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On a discreet little corner of Madison Avenue, a meticulously presented array of vintage jewelry sits prominently in the window of Stephen Russell. As co-owner Russell Zelenetz walks us through his most prized pieces, he takes the peering faces of awestruck passers-by framed in his window good-naturedly. In fact, he seems genuinely pleased to have others appreciating the collection he and partner Stephen Feuerman have spent over 25 years building.
The longtime friends and business partners share an appreciation of fine art, and an abiding passion for the beauty and superior level of craftsmanship in the pieces they collect. Their genuine love affair with both vintage and contemporary jewelry is reflected on every surface of the cozy store. “We didn’t want this to feel like a jewelry store,” said Zelenetz on why he made the choice to eschew counters in the shop. “We want it to feel like you’re in our living room–this is our collection, this is art. It’s like a museum to us.”
Zelenetz’s eyes positively sparkle as he fits us with a dazzling platinum and diamond art deco cuff bracelet. The cuff, made in the “Sudanese style” in 1930 by Henri Lavabre for Cartier Paris, boasts a hidden spring-loaded mechanism and a smoothness of movement that belies its age. This sense of agelessness is typical of the jewels in the Stephen Russell collection. All of their vintage pieces are seemingly imbued with a timeless aesthetic that easily moves between period and trend.
“The great jewels transcend time, they don’t show a date,” explained Zelenetz, as he moved on to a platinum and diamond bracelet made by Boucheron in 1925. Its innovative, highly flexible design was first debuted in a hairpiece at the Exposition Internationale des Arts Décoratifs et Industriels in Paris. True to the popular Art Deco style of the time, the bracelet features Boucheron’s angular, geometric interpretation of flowers.
Often, the stories behind the jewels are as much a treasure as the pieces. While discretion is the name of the game in the collector’s business, every once in awhile Zelenetz manages to stumble upon an intriguing hidden history. We learned that one Van Cleef & Arpels brooch made in 1926 was specially commissioned for the wife of the president of the Dutch Shell oil company. Featuring diamonds, natural pearl, and emerald, the brooch flawlessly reflects the art deco preference of the time.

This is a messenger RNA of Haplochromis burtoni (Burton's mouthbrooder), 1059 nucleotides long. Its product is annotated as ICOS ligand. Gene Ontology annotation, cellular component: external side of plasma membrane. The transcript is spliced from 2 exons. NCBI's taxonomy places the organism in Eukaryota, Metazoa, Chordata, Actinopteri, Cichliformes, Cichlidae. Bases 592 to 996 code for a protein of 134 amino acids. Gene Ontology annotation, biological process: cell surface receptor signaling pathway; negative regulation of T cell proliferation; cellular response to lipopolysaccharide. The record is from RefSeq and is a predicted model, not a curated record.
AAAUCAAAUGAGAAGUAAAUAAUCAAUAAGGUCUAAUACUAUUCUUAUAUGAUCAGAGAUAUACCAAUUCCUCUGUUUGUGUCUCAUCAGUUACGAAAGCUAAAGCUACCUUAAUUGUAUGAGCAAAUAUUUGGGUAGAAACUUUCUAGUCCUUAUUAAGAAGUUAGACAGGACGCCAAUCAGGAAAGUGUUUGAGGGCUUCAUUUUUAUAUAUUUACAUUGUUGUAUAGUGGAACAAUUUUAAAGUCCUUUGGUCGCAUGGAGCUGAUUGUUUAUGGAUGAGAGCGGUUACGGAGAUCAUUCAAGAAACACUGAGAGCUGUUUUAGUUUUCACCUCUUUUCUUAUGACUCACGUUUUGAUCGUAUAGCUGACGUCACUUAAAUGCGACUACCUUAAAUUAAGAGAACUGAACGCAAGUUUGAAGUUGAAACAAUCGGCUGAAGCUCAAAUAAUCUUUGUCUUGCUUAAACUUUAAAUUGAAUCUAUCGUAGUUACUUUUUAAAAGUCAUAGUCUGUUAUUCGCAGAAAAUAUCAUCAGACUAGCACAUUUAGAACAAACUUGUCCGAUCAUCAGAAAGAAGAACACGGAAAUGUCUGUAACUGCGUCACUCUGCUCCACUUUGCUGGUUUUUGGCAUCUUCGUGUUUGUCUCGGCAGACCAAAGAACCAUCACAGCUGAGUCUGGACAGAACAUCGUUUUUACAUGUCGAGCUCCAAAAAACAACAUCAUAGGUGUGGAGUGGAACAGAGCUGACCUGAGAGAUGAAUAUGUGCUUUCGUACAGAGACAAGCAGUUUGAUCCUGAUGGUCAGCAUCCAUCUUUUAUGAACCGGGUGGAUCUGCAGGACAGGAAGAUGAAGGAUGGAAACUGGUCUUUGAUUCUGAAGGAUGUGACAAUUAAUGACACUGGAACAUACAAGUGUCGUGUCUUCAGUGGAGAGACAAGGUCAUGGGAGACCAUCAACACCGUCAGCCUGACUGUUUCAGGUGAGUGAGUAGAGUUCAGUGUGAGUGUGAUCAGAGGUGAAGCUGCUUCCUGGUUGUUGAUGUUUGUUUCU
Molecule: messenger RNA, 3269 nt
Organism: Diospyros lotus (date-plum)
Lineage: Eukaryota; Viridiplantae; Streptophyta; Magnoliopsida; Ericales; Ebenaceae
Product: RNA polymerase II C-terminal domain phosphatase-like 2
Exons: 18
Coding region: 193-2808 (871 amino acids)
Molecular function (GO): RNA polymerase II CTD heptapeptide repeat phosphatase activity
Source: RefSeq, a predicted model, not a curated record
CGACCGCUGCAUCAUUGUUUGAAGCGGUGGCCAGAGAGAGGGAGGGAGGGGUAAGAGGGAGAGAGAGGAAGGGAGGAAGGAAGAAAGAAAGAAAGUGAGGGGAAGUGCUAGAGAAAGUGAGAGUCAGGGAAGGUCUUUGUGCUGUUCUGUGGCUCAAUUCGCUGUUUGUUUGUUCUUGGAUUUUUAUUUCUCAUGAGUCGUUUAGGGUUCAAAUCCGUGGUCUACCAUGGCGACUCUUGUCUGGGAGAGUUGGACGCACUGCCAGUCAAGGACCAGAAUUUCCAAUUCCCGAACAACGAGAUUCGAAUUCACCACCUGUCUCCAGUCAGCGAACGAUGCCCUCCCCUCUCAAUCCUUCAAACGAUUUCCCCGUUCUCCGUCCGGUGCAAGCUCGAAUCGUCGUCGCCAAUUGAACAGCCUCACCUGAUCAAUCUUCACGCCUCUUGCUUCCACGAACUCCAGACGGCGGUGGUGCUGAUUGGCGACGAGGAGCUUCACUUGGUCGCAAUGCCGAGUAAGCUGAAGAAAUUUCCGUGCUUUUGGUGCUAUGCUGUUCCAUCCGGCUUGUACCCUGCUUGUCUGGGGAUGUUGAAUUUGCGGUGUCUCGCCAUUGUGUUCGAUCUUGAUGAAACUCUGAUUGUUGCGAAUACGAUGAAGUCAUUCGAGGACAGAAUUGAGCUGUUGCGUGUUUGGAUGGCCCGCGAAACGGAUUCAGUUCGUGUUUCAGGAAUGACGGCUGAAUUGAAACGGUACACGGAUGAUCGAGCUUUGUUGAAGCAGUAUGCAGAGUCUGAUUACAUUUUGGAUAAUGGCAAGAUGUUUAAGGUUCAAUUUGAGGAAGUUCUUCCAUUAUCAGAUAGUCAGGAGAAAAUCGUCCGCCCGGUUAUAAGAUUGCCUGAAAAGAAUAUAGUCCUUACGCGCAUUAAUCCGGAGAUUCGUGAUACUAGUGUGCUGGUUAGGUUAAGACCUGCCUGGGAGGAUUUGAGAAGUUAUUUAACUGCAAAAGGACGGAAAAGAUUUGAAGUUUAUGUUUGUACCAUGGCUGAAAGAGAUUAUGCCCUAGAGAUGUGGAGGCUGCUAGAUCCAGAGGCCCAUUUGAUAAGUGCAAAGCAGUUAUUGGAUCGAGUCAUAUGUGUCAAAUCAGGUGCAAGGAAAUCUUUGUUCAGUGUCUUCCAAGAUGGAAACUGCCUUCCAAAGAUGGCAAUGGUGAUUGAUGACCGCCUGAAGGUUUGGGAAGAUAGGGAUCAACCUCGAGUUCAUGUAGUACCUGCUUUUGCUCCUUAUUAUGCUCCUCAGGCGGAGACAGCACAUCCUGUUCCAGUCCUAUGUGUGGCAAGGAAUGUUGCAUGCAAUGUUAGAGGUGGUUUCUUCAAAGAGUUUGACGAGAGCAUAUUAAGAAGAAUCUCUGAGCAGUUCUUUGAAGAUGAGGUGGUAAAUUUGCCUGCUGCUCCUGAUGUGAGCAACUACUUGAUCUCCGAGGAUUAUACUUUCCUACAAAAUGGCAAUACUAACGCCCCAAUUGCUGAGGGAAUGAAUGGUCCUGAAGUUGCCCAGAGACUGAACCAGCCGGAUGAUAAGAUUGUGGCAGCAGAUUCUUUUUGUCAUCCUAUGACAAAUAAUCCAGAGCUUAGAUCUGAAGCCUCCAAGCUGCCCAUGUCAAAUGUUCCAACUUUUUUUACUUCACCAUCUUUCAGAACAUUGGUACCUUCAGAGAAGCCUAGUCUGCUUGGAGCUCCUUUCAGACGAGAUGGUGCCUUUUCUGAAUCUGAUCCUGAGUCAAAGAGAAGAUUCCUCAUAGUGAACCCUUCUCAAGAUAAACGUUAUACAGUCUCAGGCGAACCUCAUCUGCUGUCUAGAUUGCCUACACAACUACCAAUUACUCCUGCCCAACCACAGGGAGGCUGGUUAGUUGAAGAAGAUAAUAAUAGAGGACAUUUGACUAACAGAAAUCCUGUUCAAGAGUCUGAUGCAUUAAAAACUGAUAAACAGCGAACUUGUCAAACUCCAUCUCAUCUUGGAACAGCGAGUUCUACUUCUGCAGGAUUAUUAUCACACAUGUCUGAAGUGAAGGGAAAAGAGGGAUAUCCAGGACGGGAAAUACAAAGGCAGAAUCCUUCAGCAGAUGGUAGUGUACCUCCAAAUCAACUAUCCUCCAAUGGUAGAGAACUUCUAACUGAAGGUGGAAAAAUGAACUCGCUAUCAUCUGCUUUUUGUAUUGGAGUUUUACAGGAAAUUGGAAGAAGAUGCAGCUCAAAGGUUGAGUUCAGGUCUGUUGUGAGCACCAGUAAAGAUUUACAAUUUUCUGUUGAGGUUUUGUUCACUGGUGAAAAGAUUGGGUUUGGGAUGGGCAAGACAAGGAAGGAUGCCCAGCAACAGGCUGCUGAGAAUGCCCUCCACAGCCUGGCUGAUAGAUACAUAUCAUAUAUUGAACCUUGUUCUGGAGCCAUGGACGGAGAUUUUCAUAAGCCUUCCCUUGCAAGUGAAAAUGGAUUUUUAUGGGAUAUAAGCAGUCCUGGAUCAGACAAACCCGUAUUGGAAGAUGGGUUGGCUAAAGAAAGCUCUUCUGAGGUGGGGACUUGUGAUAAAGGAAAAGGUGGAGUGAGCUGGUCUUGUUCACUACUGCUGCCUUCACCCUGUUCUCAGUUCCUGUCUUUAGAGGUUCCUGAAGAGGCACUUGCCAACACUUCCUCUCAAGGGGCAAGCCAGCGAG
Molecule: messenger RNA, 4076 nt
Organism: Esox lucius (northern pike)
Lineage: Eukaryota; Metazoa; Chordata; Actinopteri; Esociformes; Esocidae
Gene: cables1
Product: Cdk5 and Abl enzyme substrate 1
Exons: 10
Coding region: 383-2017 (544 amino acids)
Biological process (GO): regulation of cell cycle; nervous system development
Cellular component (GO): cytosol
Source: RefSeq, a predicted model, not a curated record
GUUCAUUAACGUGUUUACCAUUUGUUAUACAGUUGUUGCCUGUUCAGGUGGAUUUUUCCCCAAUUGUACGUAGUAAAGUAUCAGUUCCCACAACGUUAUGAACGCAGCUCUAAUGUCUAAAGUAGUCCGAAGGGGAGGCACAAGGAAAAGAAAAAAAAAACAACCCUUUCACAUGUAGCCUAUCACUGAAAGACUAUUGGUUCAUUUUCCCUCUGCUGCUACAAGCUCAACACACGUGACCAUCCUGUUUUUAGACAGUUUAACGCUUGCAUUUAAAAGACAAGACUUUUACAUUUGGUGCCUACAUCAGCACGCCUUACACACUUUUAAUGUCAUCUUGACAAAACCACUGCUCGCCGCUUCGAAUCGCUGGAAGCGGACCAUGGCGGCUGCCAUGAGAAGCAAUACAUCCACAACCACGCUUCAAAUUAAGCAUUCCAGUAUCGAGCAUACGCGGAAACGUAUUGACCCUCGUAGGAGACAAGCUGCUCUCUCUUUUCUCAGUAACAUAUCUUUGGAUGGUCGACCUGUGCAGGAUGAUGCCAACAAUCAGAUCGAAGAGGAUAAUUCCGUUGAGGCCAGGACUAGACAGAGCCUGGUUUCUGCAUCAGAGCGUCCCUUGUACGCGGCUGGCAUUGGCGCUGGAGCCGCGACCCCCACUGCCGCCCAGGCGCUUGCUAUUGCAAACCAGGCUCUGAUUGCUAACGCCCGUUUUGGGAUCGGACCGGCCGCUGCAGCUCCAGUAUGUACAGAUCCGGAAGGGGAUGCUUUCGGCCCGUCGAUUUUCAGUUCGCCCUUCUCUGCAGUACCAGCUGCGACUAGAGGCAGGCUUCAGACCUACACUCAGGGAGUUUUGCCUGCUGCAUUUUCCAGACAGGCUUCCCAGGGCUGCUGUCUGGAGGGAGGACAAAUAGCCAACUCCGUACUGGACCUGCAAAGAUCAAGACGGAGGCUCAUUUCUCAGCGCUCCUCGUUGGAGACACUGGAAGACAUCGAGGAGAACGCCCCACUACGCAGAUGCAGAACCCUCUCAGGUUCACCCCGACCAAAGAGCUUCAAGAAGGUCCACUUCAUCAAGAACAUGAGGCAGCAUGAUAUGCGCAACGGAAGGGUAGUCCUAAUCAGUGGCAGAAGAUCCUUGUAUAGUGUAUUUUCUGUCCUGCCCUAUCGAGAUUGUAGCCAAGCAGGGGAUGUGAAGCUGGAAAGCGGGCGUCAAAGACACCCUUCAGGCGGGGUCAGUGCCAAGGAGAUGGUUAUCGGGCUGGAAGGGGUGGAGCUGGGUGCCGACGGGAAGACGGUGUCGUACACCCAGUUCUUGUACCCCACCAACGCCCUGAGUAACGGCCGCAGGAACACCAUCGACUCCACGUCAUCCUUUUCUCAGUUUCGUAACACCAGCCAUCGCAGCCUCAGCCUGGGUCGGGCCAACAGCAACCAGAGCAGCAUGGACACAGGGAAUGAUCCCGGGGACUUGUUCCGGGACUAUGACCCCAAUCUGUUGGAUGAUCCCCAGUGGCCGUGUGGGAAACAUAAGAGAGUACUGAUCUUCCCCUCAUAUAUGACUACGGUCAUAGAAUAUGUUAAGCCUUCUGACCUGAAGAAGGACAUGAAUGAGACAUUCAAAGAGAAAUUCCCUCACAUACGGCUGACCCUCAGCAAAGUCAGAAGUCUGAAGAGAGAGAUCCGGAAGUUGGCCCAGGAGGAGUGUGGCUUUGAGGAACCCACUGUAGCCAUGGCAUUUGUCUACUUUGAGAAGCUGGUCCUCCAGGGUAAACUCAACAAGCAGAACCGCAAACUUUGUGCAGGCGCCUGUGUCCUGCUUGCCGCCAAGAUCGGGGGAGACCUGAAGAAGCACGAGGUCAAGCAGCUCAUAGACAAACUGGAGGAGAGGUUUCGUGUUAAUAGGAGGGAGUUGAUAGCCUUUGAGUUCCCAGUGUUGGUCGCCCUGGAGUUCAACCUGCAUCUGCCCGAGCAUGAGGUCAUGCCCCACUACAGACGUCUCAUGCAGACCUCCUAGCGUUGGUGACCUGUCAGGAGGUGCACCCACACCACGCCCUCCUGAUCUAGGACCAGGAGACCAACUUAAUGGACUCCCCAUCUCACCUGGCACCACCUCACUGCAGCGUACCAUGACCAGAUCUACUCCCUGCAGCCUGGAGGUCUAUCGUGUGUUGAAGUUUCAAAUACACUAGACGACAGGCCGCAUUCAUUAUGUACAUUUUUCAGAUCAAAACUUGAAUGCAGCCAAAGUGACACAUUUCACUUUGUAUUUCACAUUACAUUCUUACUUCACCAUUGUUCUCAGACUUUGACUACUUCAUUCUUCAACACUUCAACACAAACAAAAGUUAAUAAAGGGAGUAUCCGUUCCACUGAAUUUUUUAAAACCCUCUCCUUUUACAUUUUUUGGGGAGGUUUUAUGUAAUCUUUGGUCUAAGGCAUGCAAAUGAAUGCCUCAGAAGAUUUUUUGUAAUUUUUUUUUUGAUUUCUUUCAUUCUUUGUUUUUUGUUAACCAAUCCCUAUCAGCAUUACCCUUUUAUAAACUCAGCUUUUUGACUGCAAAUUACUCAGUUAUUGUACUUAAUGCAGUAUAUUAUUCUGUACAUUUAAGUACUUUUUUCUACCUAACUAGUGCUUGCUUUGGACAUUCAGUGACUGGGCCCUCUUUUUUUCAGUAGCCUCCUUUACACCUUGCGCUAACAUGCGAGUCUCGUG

Yet another of the collection’s notable art deco pieces possesses a rather illustrious history. Made in 1930 by Lacloche Freres, the diamond and platinum cuff has a unique design that mimics the buckles of a belt. This, along with its uncommon cylindrical shape, have led it to be exhibited at Bijoux Art Deco et Avane-Garde in the Museé de Arts Decoratifs in Paris. It has also been featured in Vivienne Becker’s book, The Impossible Collection of Jewelry.
A rare citrine and gold art deco cuff made in 1934 by René Boivin comes with a very unique story. After the 1917 death of Boivin, his wife Jeanne assumed control of his business. Working alongside jewelry designers Suzanne Belperron, Juliette Moutard, and her daughter Germaine, Jeanne set about proving the ample capabilities of women in a male dominated industry. Jeanne was also sister to fashion great Paul Poiret, leading Maison Boivin pieces to become extremely popular among the fashion set. As a result, Belperron and Moutard were able to design more esoteric jewelry, which focused on style rather than material details like the number of gems. Cartier similarly embraced ‘fashion jewelry’ with the creation of their 18K gold and silver ‘Art Moderne’ cuff in 1938. Impeccably designed, the solid cuff has a clean, contemporary aesthetic that translates easily between casual and cocktail attire.
With the rich history behind Stephen Russell jewels, by the time we’d seen the last piece it was easy to understand Zelenetz’s enthusiasm. “It would be very, very, difficult to find this level of craftsmanship today,” says Zelenetz of a platinum and diamond necklace from Janesich. The piece can be worn as a necklace, or as two bracelets. As he demonstrates the way the diamond baguettes change direction depending on how the necklace is worn, we couldn’t agree more.